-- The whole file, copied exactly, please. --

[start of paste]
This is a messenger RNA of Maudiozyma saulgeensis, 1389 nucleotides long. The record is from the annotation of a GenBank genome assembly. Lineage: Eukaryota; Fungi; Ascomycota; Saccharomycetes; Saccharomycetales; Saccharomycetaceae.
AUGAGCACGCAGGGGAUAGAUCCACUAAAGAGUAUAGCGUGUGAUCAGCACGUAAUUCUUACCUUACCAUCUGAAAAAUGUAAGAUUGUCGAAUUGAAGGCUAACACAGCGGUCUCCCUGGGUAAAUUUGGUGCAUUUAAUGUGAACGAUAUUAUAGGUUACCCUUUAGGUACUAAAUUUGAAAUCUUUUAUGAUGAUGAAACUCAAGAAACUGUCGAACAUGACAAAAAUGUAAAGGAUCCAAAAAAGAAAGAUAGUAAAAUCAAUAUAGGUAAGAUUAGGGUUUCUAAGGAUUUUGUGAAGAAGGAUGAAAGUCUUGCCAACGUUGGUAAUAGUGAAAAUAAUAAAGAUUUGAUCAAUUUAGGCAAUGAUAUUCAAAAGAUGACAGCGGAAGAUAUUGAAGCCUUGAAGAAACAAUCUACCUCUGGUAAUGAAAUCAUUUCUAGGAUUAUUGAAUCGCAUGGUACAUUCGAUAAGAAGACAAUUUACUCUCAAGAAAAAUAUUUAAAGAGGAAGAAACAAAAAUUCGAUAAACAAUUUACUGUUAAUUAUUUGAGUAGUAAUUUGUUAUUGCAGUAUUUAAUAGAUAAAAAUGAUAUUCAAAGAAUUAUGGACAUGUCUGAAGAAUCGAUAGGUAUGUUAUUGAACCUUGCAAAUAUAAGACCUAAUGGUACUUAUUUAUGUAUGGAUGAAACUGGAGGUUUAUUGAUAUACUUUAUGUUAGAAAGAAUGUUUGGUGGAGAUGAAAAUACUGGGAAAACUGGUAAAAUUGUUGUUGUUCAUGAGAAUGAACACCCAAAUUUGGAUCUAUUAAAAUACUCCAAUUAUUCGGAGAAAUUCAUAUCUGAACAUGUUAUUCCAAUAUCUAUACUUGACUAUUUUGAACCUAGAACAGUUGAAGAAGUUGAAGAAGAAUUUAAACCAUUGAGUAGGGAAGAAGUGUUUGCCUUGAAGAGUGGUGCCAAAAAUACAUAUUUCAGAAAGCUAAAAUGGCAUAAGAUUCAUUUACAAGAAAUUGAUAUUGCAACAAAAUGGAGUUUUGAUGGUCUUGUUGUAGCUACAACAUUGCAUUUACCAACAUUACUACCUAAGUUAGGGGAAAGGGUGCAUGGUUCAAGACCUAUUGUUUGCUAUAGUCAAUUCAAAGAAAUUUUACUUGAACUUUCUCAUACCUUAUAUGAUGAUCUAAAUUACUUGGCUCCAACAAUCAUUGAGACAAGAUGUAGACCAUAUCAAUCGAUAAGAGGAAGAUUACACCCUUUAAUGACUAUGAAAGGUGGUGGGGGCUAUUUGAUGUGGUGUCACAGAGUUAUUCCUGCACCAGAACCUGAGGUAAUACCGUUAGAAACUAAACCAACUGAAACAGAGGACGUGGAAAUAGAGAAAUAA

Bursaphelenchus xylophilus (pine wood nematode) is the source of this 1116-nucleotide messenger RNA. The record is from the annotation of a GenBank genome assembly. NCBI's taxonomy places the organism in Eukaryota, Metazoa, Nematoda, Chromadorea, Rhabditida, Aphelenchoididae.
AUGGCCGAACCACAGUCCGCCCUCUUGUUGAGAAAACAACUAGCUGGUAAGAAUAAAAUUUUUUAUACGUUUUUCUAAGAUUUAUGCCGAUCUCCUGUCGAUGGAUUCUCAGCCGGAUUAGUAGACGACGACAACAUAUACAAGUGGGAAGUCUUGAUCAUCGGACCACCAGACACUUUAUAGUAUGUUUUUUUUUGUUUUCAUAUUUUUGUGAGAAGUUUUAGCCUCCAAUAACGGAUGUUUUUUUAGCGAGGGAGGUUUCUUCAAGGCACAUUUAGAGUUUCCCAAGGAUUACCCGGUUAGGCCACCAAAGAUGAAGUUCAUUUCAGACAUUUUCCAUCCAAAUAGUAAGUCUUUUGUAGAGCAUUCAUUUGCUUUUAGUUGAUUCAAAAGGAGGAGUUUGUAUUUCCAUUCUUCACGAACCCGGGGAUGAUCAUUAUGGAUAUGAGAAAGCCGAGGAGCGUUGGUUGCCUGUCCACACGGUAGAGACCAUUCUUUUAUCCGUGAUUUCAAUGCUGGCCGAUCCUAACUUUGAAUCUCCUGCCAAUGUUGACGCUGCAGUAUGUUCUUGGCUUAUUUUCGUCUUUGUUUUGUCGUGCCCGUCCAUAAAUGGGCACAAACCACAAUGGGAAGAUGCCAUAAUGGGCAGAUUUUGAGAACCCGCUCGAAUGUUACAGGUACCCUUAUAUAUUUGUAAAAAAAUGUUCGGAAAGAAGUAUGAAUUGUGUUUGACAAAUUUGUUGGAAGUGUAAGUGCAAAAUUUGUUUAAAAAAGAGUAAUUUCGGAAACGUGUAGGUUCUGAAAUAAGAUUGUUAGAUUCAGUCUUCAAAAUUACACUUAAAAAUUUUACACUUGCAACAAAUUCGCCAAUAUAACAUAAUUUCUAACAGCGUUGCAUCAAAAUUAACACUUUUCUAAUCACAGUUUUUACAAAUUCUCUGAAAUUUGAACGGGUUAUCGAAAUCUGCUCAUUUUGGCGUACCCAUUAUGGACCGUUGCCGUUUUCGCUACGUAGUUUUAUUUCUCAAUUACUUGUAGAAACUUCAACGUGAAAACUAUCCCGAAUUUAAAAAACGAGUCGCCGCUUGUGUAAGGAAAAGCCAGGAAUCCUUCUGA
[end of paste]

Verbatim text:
This is a messenger RNA of Maudiozyma saulgeensis, 1389 nucleotides long. The record is from the annotation of a GenBank genome assembly. Lineage: Eukaryota; Fungi; Ascomycota; Saccharomycetes; Saccharomycetales; Saccharomycetaceae.
AUGAGCACGCAGGGGAUAGAUCCACUAAAGAGUAUAGCGUGUGAUCAGCACGUAAUUCUUACCUUACCAUCUGAAAAAUGUAAGAUUGUCGAAUUGAAGGCUAACACAGCGGUCUCCCUGGGUAAAUUUGGUGCAUUUAAUGUGAACGAUAUUAUAGGUUACCCUUUAGGUACUAAAUUUGAAAUCUUUUAUGAUGAUGAAACUCAAGAAACUGUCGAACAUGACAAAAAUGUAAAGGAUCCAAAAAAGAAAGAUAGUAAAAUCAAUAUAGGUAAGAUUAGGGUUUCUAAGGAUUUUGUGAAGAAGGAUGAAAGUCUUGCCAACGUUGGUAAUAGUGAAAAUAAUAAAGAUUUGAUCAAUUUAGGCAAUGAUAUUCAAAAGAUGACAGCGGAAGAUAUUGAAGCCUUGAAGAAACAAUCUACCUCUGGUAAUGAAAUCAUUUCUAGGAUUAUUGAAUCGCAUGGUACAUUCGAUAAGAAGACAAUUUACUCUCAAGAAAAAUAUUUAAAGAGGAAGAAACAAAAAUUCGAUAAACAAUUUACUGUUAAUUAUUUGAGUAGUAAUUUGUUAUUGCAGUAUUUAAUAGAUAAAAAUGAUAUUCAAAGAAUUAUGGACAUGUCUGAAGAAUCGAUAGGUAUGUUAUUGAACCUUGCAAAUAUAAGACCUAAUGGUACUUAUUUAUGUAUGGAUGAAACUGGAGGUUUAUUGAUAUACUUUAUGUUAGAAAGAAUGUUUGGUGGAGAUGAAAAUACUGGGAAAACUGGUAAAAUUGUUGUUGUUCAUGAGAAUGAACACCCAAAUUUGGAUCUAUUAAAAUACUCCAAUUAUUCGGAGAAAUUCAUAUCUGAACAUGUUAUUCCAAUAUCUAUACUUGACUAUUUUGAACCUAGAACAGUUGAAGAAGUUGAAGAAGAAUUUAAACCAUUGAGUAGGGAAGAAGUGUUUGCCUUGAAGAGUGGUGCCAAAAAUACAUAUUUCAGAAAGCUAAAAUGGCAUAAGAUUCAUUUACAAGAAAUUGAUAUUGCAACAAAAUGGAGUUUUGAUGGUCUUGUUGUAGCUACAACAUUGCAUUUACCAACAUUACUACCUAAGUUAGGGGAAAGGGUGCAUGGUUCAAGACCUAUUGUUUGCUAUAGUCAAUUCAAAGAAAUUUUACUUGAACUUUCUCAUACCUUAUAUGAUGAUCUAAAUUACUUGGCUCCAACAAUCAUUGAGACAAGAUGUAGACCAUAUCAAUCGAUAAGAGGAAGAUUACACCCUUUAAUGACUAUGAAAGGUGGUGGGGGCUAUUUGAUGUGGUGUCACAGAGUUAUUCCUGCACCAGAACCUGAGGUAAUACCGUUAGAAACUAAACCAACUGAAACAGAGGACGUGGAAAUAGAGAAAUAA

Bursaphelenchus xylophilus (pine wood nematode) is the source of this 1116-nucleotide messenger RNA. The record is from the annotation of a GenBank genome assembly. NCBI's taxonomy places the organism in Eukaryota, Metazoa, Nematoda, Chromadorea, Rhabditida, Aphelenchoididae.
AUGGCCGAACCACAGUCCGCCCUCUUGUUGAGAAAACAACUAGCUGGUAAGAAUAAAAUUUUUUAUACGUUUUUCUAAGAUUUAUGCCGAUCUCCUGUCGAUGGAUUCUCAGCCGGAUUAGUAGACGACGACAACAUAUACAAGUGGGAAGUCUUGAUCAUCGGACCACCAGACACUUUAUAGUAUGUUUUUUUUUGUUUUCAUAUUUUUGUGAGAAGUUUUAGCCUCCAAUAACGGAUGUUUUUUUAGCGAGGGAGGUUUCUUCAAGGCACAUUUAGAGUUUCCCAAGGAUUACCCGGUUAGGCCACCAAAGAUGAAGUUCAUUUCAGACAUUUUCCAUCCAAAUAGUAAGUCUUUUGUAGAGCAUUCAUUUGCUUUUAGUUGAUUCAAAAGGAGGAGUUUGUAUUUCCAUUCUUCACGAACCCGGGGAUGAUCAUUAUGGAUAUGAGAAAGCCGAGGAGCGUUGGUUGCCUGUCCACACGGUAGAGACCAUUCUUUUAUCCGUGAUUUCAAUGCUGGCCGAUCCUAACUUUGAAUCUCCUGCCAAUGUUGACGCUGCAGUAUGUUCUUGGCUUAUUUUCGUCUUUGUUUUGUCGUGCCCGUCCAUAAAUGGGCACAAACCACAAUGGGAAGAUGCCAUAAUGGGCAGAUUUUGAGAACCCGCUCGAAUGUUACAGGUACCCUUAUAUAUUUGUAAAAAAAUGUUCGGAAAGAAGUAUGAAUUGUGUUUGACAAAUUUGUUGGAAGUGUAAGUGCAAAAUUUGUUUAAAAAAGAGUAAUUUCGGAAACGUGUAGGUUCUGAAAUAAGAUUGUUAGAUUCAGUCUUCAAAAUUACACUUAAAAAUUUUACACUUGCAACAAAUUCGCCAAUAUAACAUAAUUUCUAACAGCGUUGCAUCAAAAUUAACACUUUUCUAAUCACAGUUUUUACAAAUUCUCUGAAAUUUGAACGGGUUAUCGAAAUCUGCUCAUUUUGGCGUACCCAUUAUGGACCGUUGCCGUUUUCGCUACGUAGUUUUAUUUCUCAAUUACUUGUAGAAACUUCAACGUGAAAACUAUCCCGAAUUUAAAAAACGAGUCGCCGCUUGUGUAAGGAAAAGCCAGGAAUCCUUCUGA